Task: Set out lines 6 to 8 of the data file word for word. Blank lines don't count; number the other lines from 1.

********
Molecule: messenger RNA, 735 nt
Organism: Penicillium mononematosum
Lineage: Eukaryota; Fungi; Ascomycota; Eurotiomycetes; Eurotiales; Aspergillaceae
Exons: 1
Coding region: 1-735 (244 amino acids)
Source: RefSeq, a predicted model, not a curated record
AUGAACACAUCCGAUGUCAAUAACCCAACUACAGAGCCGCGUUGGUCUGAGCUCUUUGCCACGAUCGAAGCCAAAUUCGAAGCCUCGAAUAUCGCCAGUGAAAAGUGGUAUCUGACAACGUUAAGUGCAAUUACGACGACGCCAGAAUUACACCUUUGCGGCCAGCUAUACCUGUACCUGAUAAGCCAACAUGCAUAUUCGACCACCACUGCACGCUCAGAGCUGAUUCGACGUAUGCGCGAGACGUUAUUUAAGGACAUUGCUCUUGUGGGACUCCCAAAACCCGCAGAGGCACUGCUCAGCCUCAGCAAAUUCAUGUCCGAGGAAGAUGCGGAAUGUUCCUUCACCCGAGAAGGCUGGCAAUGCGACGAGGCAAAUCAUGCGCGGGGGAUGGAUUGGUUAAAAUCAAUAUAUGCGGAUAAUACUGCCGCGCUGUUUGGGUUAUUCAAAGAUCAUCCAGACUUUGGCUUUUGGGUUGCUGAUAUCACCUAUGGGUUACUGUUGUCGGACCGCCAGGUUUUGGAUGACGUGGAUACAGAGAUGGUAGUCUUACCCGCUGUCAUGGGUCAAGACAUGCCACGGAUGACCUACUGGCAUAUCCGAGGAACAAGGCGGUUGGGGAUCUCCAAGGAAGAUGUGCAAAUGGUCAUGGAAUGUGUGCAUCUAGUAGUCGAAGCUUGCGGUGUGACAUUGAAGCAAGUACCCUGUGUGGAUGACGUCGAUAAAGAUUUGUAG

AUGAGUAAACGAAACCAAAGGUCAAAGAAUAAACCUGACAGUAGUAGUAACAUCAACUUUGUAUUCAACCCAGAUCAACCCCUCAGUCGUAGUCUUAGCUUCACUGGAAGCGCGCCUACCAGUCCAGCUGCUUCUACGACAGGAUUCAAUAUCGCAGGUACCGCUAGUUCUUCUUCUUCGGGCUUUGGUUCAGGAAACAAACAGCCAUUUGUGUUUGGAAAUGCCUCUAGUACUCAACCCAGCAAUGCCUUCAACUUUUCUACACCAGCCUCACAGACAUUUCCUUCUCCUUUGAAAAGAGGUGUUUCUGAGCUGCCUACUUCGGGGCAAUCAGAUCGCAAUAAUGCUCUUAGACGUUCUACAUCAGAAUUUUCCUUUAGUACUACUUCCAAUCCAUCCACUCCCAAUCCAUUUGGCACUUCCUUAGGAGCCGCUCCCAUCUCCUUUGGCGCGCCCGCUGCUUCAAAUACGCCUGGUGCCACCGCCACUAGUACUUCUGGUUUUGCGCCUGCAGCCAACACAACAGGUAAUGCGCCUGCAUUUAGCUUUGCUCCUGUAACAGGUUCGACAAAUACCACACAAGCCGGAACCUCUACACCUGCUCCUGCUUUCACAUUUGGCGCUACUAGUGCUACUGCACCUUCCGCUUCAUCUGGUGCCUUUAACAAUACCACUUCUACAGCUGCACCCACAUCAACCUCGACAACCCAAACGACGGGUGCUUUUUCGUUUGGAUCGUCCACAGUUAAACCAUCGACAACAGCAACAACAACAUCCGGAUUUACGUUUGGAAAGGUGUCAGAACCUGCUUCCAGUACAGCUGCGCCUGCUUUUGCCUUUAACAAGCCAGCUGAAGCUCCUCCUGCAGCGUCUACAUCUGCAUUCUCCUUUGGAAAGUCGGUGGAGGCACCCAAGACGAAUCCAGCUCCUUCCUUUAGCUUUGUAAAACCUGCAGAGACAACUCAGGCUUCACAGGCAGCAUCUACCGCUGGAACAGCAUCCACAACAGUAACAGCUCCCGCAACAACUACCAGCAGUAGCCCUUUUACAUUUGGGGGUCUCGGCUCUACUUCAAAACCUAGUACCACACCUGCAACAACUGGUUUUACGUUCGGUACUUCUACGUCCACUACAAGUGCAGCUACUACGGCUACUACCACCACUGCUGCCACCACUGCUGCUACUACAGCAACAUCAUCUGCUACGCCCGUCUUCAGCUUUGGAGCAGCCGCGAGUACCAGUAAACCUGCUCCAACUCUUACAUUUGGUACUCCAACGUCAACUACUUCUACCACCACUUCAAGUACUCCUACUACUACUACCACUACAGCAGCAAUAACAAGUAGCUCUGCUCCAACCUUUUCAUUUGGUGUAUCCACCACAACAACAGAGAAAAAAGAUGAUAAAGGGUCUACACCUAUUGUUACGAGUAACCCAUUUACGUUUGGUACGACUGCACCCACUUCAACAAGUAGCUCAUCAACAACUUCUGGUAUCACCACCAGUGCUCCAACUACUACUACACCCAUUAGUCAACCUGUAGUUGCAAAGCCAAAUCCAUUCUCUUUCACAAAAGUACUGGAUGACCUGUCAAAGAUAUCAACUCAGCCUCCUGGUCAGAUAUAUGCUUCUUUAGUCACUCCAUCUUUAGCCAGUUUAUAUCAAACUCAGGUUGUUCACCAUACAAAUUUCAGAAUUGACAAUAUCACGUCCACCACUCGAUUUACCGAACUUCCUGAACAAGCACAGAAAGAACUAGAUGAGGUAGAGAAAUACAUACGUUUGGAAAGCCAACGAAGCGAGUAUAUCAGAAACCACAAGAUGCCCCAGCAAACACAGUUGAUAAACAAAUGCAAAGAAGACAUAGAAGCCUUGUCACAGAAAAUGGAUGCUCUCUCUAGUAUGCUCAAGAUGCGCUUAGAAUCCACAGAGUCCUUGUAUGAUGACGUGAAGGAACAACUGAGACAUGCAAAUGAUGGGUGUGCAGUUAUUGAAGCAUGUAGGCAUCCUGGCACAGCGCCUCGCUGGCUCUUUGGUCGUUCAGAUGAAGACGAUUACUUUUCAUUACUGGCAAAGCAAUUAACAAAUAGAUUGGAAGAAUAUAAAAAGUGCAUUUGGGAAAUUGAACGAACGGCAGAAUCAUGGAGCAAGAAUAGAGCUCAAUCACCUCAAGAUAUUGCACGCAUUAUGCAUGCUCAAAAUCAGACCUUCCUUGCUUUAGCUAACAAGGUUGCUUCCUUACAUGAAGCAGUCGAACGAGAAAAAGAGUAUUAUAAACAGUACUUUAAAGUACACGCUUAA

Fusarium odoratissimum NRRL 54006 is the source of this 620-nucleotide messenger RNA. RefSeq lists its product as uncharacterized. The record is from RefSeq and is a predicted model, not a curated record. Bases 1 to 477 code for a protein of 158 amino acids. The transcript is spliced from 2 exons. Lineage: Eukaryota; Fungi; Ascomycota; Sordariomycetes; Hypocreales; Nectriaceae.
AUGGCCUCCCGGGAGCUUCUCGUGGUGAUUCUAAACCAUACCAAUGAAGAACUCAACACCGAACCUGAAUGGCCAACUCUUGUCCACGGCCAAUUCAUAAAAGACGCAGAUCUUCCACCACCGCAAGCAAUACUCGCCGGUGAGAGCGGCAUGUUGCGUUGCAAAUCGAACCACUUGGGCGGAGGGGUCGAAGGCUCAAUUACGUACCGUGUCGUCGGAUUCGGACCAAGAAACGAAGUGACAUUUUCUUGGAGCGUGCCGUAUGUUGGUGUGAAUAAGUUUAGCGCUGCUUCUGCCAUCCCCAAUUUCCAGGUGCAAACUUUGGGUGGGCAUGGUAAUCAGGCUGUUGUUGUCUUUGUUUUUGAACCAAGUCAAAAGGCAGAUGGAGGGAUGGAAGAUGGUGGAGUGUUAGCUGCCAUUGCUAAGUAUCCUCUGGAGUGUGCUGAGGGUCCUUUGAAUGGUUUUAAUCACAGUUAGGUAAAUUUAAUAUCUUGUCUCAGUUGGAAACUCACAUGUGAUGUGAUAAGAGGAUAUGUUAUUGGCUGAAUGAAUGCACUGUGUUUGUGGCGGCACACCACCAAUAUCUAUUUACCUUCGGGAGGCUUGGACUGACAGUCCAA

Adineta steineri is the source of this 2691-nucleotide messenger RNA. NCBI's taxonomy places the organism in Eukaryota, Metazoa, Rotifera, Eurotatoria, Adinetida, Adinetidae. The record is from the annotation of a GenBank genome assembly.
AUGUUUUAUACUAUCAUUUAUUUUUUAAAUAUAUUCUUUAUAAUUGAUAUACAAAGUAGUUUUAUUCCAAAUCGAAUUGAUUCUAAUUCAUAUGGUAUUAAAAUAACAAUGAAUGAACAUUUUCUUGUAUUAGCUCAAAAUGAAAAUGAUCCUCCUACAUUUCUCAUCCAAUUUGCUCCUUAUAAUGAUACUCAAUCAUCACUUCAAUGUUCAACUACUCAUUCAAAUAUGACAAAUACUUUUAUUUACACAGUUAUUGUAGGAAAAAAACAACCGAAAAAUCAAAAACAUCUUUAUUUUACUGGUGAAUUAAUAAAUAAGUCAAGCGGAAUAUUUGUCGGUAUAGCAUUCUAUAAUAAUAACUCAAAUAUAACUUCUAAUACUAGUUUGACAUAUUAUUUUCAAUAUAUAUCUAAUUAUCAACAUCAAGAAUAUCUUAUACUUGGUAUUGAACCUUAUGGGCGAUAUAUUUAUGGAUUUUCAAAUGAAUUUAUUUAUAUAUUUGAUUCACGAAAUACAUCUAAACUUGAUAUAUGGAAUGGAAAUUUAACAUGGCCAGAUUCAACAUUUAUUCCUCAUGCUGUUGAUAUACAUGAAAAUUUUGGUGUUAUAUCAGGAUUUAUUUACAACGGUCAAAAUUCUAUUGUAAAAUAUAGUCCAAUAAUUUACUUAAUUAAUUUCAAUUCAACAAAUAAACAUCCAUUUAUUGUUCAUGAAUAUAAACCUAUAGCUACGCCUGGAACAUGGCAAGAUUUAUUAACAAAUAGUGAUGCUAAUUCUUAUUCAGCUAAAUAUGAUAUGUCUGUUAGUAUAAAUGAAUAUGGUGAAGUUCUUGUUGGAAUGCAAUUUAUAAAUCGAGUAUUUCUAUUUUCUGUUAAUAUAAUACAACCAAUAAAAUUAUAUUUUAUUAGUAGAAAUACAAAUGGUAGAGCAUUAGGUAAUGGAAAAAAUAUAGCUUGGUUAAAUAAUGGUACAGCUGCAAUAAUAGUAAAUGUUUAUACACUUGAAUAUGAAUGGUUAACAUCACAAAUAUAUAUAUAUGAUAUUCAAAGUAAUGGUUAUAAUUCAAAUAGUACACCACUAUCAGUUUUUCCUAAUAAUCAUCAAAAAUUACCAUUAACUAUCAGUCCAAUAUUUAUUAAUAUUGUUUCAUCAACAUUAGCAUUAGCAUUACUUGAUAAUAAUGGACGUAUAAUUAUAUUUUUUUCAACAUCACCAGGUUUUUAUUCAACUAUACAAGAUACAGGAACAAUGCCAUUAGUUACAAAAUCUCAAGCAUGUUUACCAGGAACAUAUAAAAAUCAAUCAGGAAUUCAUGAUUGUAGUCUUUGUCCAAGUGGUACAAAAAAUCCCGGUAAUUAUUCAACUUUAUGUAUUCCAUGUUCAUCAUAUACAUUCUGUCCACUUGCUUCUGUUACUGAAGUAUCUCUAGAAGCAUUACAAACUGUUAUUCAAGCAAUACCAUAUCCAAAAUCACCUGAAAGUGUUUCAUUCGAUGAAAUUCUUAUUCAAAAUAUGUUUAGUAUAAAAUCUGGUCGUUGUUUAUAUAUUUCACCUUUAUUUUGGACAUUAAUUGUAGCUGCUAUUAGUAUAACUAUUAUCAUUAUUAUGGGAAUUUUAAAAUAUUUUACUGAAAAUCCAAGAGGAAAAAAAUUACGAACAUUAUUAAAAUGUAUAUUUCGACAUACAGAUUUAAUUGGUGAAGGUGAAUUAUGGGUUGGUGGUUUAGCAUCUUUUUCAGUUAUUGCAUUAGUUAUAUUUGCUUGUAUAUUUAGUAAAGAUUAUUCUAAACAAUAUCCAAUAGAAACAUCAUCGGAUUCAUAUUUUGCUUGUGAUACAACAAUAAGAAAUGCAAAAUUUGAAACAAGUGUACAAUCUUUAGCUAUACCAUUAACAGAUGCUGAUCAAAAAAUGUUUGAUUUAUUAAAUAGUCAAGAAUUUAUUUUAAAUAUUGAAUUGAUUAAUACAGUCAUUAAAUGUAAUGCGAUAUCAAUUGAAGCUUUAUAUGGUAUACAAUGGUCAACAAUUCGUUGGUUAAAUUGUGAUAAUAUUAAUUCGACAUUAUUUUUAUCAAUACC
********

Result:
Source: RefSeq, a predicted model, not a curated record
AUGAACACAUCCGAUGUCAAUAACCCAACUACAGAGCCGCGUUGGUCUGAGCUCUUUGCCACGAUCGAAGCCAAAUUCGAAGCCUCGAAUAUCGCCAGUGAAAAGUGGUAUCUGACAACGUUAAGUGCAAUUACGACGACGCCAGAAUUACACCUUUGCGGCCAGCUAUACCUGUACCUGAUAAGCCAACAUGCAUAUUCGACCACCACUGCACGCUCAGAGCUGAUUCGACGUAUGCGCGAGACGUUAUUUAAGGACAUUGCUCUUGUGGGACUCCCAAAACCCGCAGAGGCACUGCUCAGCCUCAGCAAAUUCAUGUCCGAGGAAGAUGCGGAAUGUUCCUUCACCCGAGAAGGCUGGCAAUGCGACGAGGCAAAUCAUGCGCGGGGGAUGGAUUGGUUAAAAUCAAUAUAUGCGGAUAAUACUGCCGCGCUGUUUGGGUUAUUCAAAGAUCAUCCAGACUUUGGCUUUUGGGUUGCUGAUAUCACCUAUGGGUUACUGUUGUCGGACCGCCAGGUUUUGGAUGACGUGGAUACAGAGAUGGUAGUCUUACCCGCUGUCAUGGGUCAAGACAUGCCACGGAUGACCUACUGGCAUAUCCGAGGAACAAGGCGGUUGGGGAUCUCCAAGGAAGAUGUGCAAAUGGUCAUGGAAUGUGUGCAUCUAGUAGUCGAAGCUUGCGGUGUGACAUUGAAGCAAGUACCCUGUGUGGAUGACGUCGAUAAAGAUUUGUAG

AUGAGUAAACGAAACCAAAGGUCAAAGAAUAAACCUGACAGUAGUAGUAACAUCAACUUUGUAUUCAACCCAGAUCAACCCCUCAGUCGUAGUCUUAGCUUCACUGGAAGCGCGCCUACCAGUCCAGCUGCUUCUACGACAGGAUUCAAUAUCGCAGGUACCGCUAGUUCUUCUUCUUCGGGCUUUGGUUCAGGAAACAAACAGCCAUUUGUGUUUGGAAAUGCCUCUAGUACUCAACCCAGCAAUGCCUUCAACUUUUCUACACCAGCCUCACAGACAUUUCCUUCUCCUUUGAAAAGAGGUGUUUCUGAGCUGCCUACUUCGGGGCAAUCAGAUCGCAAUAAUGCUCUUAGACGUUCUACAUCAGAAUUUUCCUUUAGUACUACUUCCAAUCCAUCCACUCCCAAUCCAUUUGGCACUUCCUUAGGAGCCGCUCCCAUCUCCUUUGGCGCGCCCGCUGCUUCAAAUACGCCUGGUGCCACCGCCACUAGUACUUCUGGUUUUGCGCCUGCAGCCAACACAACAGGUAAUGCGCCUGCAUUUAGCUUUGCUCCUGUAACAGGUUCGACAAAUACCACACAAGCCGGAACCUCUACACCUGCUCCUGCUUUCACAUUUGGCGCUACUAGUGCUACUGCACCUUCCGCUUCAUCUGGUGCCUUUAACAAUACCACUUCUACAGCUGCACCCACAUCAACCUCGACAACCCAAACGACGGGUGCUUUUUCGUUUGGAUCGUCCACAGUUAAACCAUCGACAACAGCAACAACAACAUCCGGAUUUACGUUUGGAAAGGUGUCAGAACCUGCUUCCAGUACAGCUGCGCCUGCUUUUGCCUUUAACAAGCCAGCUGAAGCUCCUCCUGCAGCGUCUACAUCUGCAUUCUCCUUUGGAAAGUCGGUGGAGGCACCCAAGACGAAUCCAGCUCCUUCCUUUAGCUUUGUAAAACCUGCAGAGACAACUCAGGCUUCACAGGCAGCAUCUACCGCUGGAACAGCAUCCACAACAGUAACAGCUCCCGCAACAACUACCAGCAGUAGCCCUUUUACAUUUGGGGGUCUCGGCUCUACUUCAAAACCUAGUACCACACCUGCAACAACUGGUUUUACGUUCGGUACUUCUACGUCCACUACAAGUGCAGCUACUACGGCUACUACCACCACUGCUGCCACCACUGCUGCUACUACAGCAACAUCAUCUGCUACGCCCGUCUUCAGCUUUGGAGCAGCCGCGAGUACCAGUAAACCUGCUCCAACUCUUACAUUUGGUACUCCAACGUCAACUACUUCUACCACCACUUCAAGUACUCCUACUACUACUACCACUACAGCAGCAAUAACAAGUAGCUCUGCUCCAACCUUUUCAUUUGGUGUAUCCACCACAACAACAGAGAAAAAAGAUGAUAAAGGGUCUACACCUAUUGUUACGAGUAACCCAUUUACGUUUGGUACGACUGCACCCACUUCAACAAGUAGCUCAUCAACAACUUCUGGUAUCACCACCAGUGCUCCAACUACUACUACACCCAUUAGUCAACCUGUAGUUGCAAAGCCAAAUCCAUUCUCUUUCACAAAAGUACUGGAUGACCUGUCAAAGAUAUCAACUCAGCCUCCUGGUCAGAUAUAUGCUUCUUUAGUCACUCCAUCUUUAGCCAGUUUAUAUCAAACUCAGGUUGUUCACCAUACAAAUUUCAGAAUUGACAAUAUCACGUCCACCACUCGAUUUACCGAACUUCCUGAACAAGCACAGAAAGAACUAGAUGAGGUAGAGAAAUACAUACGUUUGGAAAGCCAACGAAGCGAGUAUAUCAGAAACCACAAGAUGCCCCAGCAAACACAGUUGAUAAACAAAUGCAAAGAAGACAUAGAAGCCUUGUCACAGAAAAUGGAUGCUCUCUCUAGUAUGCUCAAGAUGCGCUUAGAAUCCACAGAGUCCUUGUAUGAUGACGUGAAGGAACAACUGAGACAUGCAAAUGAUGGGUGUGCAGUUAUUGAAGCAUGUAGGCAUCCUGGCACAGCGCCUCGCUGGCUCUUUGGUCGUUCAGAUGAAGACGAUUACUUUUCAUUACUGGCAAAGCAAUUAACAAAUAGAUUGGAAGAAUAUAAAAAGUGCAUUUGGGAAAUUGAACGAACGGCAGAAUCAUGGAGCAAGAAUAGAGCUCAAUCACCUCAAGAUAUUGCACGCAUUAUGCAUGCUCAAAAUCAGACCUUCCUUGCUUUAGCUAACAAGGUUGCUUCCUUACAUGAAGCAGUCGAACGAGAAAAAGAGUAUUAUAAACAGUACUUUAAAGUACACGCUUAA